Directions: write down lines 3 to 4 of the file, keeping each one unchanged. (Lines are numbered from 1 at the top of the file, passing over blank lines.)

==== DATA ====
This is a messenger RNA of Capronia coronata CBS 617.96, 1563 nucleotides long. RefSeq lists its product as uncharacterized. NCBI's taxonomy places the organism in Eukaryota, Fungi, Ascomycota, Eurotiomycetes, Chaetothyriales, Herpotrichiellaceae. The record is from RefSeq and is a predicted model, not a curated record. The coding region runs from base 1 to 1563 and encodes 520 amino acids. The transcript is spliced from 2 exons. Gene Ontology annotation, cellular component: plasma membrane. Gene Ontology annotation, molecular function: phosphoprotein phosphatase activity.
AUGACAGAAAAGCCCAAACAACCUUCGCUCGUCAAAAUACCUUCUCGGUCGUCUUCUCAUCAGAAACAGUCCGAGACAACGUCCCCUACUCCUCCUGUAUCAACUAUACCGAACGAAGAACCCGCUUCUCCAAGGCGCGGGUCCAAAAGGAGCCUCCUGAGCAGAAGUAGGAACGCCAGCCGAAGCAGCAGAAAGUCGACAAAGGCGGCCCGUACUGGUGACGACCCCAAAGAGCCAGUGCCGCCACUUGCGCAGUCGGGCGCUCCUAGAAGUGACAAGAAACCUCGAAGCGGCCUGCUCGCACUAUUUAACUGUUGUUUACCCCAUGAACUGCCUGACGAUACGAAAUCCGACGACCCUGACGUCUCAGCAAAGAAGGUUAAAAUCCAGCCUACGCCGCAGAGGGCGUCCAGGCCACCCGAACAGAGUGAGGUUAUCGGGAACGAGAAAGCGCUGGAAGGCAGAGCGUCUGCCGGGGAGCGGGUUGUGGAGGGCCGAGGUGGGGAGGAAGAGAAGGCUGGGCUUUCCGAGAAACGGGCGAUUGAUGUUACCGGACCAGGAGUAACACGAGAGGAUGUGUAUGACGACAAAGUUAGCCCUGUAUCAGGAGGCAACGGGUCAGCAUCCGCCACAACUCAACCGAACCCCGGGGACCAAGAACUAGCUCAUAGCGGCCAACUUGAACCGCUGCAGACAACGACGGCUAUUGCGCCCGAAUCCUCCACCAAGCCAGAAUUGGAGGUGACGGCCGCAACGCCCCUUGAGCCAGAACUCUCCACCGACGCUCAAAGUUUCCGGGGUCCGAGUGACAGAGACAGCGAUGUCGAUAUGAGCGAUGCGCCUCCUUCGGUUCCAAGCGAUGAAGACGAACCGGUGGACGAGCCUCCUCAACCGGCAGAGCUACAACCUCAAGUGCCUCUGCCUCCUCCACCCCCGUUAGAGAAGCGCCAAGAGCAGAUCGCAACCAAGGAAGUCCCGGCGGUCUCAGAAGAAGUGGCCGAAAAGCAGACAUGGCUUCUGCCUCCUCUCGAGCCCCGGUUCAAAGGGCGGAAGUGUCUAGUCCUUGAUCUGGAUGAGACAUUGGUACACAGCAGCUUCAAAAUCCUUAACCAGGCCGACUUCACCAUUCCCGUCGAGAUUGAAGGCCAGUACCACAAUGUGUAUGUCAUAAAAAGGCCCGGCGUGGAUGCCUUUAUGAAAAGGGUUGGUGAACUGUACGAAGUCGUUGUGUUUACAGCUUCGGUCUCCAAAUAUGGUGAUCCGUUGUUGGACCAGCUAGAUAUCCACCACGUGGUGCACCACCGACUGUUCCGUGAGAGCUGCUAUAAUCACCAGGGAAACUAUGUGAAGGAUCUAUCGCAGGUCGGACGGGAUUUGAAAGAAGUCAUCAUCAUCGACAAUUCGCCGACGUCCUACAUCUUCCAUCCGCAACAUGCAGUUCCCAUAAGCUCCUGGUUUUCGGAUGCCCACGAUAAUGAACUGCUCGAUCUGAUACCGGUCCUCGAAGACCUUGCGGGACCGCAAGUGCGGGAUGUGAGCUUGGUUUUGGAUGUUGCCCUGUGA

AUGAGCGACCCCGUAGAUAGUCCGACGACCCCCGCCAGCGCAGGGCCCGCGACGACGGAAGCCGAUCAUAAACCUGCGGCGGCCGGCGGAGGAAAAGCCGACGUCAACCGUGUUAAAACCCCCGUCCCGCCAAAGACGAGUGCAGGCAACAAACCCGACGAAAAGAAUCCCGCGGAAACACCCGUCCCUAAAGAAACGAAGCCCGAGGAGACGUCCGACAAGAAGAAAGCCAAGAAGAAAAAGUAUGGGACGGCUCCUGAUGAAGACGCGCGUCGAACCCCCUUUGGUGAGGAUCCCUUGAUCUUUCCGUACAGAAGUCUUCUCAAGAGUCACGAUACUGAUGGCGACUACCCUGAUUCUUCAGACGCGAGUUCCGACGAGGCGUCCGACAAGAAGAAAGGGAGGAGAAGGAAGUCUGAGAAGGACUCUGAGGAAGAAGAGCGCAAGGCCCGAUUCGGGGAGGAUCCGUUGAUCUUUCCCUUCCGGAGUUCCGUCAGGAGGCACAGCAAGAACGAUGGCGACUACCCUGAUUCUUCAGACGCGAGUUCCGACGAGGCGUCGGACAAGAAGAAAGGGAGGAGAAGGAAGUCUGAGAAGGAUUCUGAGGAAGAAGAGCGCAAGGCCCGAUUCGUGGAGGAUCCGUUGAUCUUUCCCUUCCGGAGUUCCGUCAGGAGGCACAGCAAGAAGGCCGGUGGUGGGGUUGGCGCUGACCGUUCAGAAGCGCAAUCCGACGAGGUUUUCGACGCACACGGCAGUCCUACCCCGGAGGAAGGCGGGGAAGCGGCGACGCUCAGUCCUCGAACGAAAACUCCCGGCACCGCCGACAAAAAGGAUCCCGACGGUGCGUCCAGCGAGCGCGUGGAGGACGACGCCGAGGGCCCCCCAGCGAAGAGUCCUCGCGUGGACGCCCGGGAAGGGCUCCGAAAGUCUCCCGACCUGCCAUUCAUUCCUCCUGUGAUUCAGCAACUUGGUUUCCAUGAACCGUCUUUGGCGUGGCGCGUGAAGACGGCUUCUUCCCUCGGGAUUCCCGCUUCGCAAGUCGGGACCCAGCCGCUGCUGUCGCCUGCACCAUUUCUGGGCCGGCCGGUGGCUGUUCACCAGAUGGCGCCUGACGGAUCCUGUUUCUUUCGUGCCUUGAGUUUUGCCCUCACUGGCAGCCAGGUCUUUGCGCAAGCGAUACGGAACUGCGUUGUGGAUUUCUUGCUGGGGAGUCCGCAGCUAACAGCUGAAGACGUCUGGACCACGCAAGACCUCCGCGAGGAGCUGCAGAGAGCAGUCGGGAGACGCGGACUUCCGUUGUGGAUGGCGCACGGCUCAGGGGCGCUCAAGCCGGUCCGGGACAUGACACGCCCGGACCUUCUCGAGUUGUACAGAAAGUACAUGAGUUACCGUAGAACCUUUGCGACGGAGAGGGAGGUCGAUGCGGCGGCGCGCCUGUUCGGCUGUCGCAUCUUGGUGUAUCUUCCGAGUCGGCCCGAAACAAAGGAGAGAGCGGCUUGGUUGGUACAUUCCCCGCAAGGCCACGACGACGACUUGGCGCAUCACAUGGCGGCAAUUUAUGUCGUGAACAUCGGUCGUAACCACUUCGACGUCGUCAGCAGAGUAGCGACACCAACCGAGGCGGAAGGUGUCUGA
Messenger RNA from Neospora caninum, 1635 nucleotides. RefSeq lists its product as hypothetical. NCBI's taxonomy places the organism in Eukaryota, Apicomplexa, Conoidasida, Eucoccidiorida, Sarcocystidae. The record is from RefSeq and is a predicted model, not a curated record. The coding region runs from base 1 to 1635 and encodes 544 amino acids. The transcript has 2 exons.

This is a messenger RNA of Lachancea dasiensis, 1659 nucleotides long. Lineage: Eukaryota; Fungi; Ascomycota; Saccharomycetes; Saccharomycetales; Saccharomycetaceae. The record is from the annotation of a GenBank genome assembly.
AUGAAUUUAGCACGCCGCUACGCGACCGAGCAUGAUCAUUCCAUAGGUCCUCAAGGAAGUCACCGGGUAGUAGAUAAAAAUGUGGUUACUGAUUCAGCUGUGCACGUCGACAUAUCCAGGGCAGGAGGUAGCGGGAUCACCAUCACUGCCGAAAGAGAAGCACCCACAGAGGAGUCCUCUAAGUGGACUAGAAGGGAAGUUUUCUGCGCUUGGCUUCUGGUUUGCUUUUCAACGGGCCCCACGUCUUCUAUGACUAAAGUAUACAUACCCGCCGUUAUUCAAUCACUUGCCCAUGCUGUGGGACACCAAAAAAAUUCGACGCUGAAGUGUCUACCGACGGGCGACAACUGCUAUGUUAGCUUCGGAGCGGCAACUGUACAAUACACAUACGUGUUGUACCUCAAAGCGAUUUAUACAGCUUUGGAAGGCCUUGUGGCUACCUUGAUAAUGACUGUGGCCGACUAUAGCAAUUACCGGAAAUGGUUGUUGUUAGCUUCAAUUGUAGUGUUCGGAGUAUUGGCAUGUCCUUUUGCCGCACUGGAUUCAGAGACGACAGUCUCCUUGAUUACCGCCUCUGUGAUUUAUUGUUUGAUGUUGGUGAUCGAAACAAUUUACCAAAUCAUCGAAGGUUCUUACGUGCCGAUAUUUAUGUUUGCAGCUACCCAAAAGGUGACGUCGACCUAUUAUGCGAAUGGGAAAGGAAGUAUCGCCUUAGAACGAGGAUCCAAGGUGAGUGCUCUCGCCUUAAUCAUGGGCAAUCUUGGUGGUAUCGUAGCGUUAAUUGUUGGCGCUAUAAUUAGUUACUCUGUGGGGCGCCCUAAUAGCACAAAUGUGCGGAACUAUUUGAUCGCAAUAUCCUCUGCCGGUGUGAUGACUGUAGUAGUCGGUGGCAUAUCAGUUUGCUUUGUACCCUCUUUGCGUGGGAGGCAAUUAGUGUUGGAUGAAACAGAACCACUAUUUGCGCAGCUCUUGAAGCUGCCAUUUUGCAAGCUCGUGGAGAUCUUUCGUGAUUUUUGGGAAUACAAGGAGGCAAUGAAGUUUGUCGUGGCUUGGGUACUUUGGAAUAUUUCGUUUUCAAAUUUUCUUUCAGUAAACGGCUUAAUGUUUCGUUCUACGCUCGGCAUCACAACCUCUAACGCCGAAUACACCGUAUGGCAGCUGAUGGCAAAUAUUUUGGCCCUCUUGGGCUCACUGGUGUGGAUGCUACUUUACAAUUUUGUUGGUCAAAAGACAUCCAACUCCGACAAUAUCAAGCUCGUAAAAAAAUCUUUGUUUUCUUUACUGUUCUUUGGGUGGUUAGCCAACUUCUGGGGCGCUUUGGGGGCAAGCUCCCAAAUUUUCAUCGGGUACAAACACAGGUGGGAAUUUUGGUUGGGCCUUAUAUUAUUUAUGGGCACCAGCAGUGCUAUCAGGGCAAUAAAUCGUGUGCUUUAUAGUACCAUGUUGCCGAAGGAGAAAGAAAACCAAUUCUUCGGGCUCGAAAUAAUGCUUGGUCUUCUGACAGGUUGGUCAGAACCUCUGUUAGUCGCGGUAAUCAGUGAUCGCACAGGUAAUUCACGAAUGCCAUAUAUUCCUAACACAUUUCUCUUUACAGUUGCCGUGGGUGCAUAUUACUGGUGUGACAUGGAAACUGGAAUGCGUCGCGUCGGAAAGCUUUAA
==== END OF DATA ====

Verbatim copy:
AUGAGCGACCCCGUAGAUAGUCCGACGACCCCCGCCAGCGCAGGGCCCGCGACGACGGAAGCCGAUCAUAAACCUGCGGCGGCCGGCGGAGGAAAAGCCGACGUCAACCGUGUUAAAACCCCCGUCCCGCCAAAGACGAGUGCAGGCAACAAACCCGACGAAAAGAAUCCCGCGGAAACACCCGUCCCUAAAGAAACGAAGCCCGAGGAGACGUCCGACAAGAAGAAAGCCAAGAAGAAAAAGUAUGGGACGGCUCCUGAUGAAGACGCGCGUCGAACCCCCUUUGGUGAGGAUCCCUUGAUCUUUCCGUACAGAAGUCUUCUCAAGAGUCACGAUACUGAUGGCGACUACCCUGAUUCUUCAGACGCGAGUUCCGACGAGGCGUCCGACAAGAAGAAAGGGAGGAGAAGGAAGUCUGAGAAGGACUCUGAGGAAGAAGAGCGCAAGGCCCGAUUCGGGGAGGAUCCGUUGAUCUUUCCCUUCCGGAGUUCCGUCAGGAGGCACAGCAAGAACGAUGGCGACUACCCUGAUUCUUCAGACGCGAGUUCCGACGAGGCGUCGGACAAGAAGAAAGGGAGGAGAAGGAAGUCUGAGAAGGAUUCUGAGGAAGAAGAGCGCAAGGCCCGAUUCGUGGAGGAUCCGUUGAUCUUUCCCUUCCGGAGUUCCGUCAGGAGGCACAGCAAGAAGGCCGGUGGUGGGGUUGGCGCUGACCGUUCAGAAGCGCAAUCCGACGAGGUUUUCGACGCACACGGCAGUCCUACCCCGGAGGAAGGCGGGGAAGCGGCGACGCUCAGUCCUCGAACGAAAACUCCCGGCACCGCCGACAAAAAGGAUCCCGACGGUGCGUCCAGCGAGCGCGUGGAGGACGACGCCGAGGGCCCCCCAGCGAAGAGUCCUCGCGUGGACGCCCGGGAAGGGCUCCGAAAGUCUCCCGACCUGCCAUUCAUUCCUCCUGUGAUUCAGCAACUUGGUUUCCAUGAACCGUCUUUGGCGUGGCGCGUGAAGACGGCUUCUUCCCUCGGGAUUCCCGCUUCGCAAGUCGGGACCCAGCCGCUGCUGUCGCCUGCACCAUUUCUGGGCCGGCCGGUGGCUGUUCACCAGAUGGCGCCUGACGGAUCCUGUUUCUUUCGUGCCUUGAGUUUUGCCCUCACUGGCAGCCAGGUCUUUGCGCAAGCGAUACGGAACUGCGUUGUGGAUUUCUUGCUGGGGAGUCCGCAGCUAACAGCUGAAGACGUCUGGACCACGCAAGACCUCCGCGAGGAGCUGCAGAGAGCAGUCGGGAGACGCGGACUUCCGUUGUGGAUGGCGCACGGCUCAGGGGCGCUCAAGCCGGUCCGGGACAUGACACGCCCGGACCUUCUCGAGUUGUACAGAAAGUACAUGAGUUACCGUAGAACCUUUGCGACGGAGAGGGAGGUCGAUGCGGCGGCGCGCCUGUUCGGCUGUCGCAUCUUGGUGUAUCUUCCGAGUCGGCCCGAAACAAAGGAGAGAGCGGCUUGGUUGGUACAUUCCCCGCAAGGCCACGACGACGACUUGGCGCAUCACAUGGCGGCAAUUUAUGUCGUGAACAUCGGUCGUAACCACUUCGACGUCGUCAGCAGAGUAGCGACACCAACCGAGGCGGAAGGUGUCUGA
Messenger RNA from Neospora caninum, 1635 nucleotides. RefSeq lists its product as hypothetical. NCBI's taxonomy places the organism in Eukaryota, Apicomplexa, Conoidasida, Eucoccidiorida, Sarcocystidae. The record is from RefSeq and is a predicted model, not a curated record. The coding region runs from base 1 to 1635 and encodes 544 amino acids. The transcript has 2 exons.